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Late Rep. Elijah Cummings Honored At Black History Month Celebration

BALTIMORE (WJZ) -- An all-star panel of Elijah Cummings' closest confidants led the way Monday by honoring him and telling stories to a packed room at the Talmadge Building in east Baltimore.

Mayor Jack Young, State Delegate Talmadge Branch, Chief of Staff Vernon Simms and Cummings' widow Maya Rockeymoore Cummings sat in front of the packed room as they honored the late congressman.

The celebration hosted by J4P Associates in Baltimore honored Cummings' life and legacy.

Perhaps the most emotional part of the day was when Simms told the crowd the last phone call he had with Cummings.

"He says, 'I gotta go, gotta go, gotta go,'" Simms recalled. "'I just wanted to let you know thank you, I love you, and bye!' That was on a Tuesday. He died Thursday in the morning."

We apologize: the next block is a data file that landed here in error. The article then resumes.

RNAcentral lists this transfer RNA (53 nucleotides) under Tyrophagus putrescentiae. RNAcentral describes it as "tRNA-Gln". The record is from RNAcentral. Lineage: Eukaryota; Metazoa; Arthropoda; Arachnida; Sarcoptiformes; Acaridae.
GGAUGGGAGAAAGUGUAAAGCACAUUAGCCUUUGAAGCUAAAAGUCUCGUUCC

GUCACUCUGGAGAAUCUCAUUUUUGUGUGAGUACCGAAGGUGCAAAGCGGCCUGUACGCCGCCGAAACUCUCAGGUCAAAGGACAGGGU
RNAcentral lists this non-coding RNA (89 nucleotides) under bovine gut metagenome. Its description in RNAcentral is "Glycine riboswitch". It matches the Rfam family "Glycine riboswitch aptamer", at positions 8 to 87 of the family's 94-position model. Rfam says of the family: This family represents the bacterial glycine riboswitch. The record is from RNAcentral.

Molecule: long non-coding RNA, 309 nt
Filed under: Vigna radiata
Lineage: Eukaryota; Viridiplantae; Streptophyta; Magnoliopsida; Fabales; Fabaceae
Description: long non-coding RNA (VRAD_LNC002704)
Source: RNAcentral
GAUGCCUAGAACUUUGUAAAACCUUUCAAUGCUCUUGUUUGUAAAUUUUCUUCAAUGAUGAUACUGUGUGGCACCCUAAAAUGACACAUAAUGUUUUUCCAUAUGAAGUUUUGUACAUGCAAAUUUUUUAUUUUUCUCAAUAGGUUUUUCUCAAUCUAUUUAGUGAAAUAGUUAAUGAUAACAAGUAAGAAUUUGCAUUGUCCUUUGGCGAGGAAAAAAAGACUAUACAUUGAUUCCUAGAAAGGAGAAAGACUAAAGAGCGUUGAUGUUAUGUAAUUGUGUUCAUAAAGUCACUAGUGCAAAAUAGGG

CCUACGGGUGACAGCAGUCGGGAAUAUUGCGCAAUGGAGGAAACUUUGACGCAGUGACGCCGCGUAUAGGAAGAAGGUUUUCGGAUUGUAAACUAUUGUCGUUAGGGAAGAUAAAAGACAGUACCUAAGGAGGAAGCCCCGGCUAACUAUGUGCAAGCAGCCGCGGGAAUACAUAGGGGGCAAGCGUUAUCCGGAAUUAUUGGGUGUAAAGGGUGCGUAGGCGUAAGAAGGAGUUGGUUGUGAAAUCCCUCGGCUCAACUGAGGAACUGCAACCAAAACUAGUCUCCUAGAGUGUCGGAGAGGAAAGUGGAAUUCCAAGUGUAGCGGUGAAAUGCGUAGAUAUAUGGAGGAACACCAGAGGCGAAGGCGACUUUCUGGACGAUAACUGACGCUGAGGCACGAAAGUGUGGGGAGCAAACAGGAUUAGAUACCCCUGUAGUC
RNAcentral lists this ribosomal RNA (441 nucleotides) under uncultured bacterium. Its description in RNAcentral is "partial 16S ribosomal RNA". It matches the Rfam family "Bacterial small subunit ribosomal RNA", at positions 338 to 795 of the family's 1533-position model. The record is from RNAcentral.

In a tearful speech, Maya Rockeymoore Cummings remembered Cummings' final days. She was in the room during that phone call.

"About two weeks before he passed away, he says to me, 'Maya, I'm ready to go. I'm ready to die,' and it was hard for me to take because he'd always bounce back. He'd always bounce back," she said.

Through his 25 year battle with cancer, the congressman's work in Baltimore lasted until he signed papers on his deathbed. He inspired countless others, including Mayor Young, who compared him to some of the most legendary names in history.

"I put him in the same category as Martin Luther King, Gandhi and all of those guys because to me, he was the modern-day Moses," Young said.

The personal stories fulfill a lifetime of memories. Four months after his death, Elijah Cummings' spirit is never forgotten.

Even after his death, Cummings' work isn't finished. He has a book coming soon titled "We're Better Than This: My Fight For the Future of Our Democracy" coming out in June.

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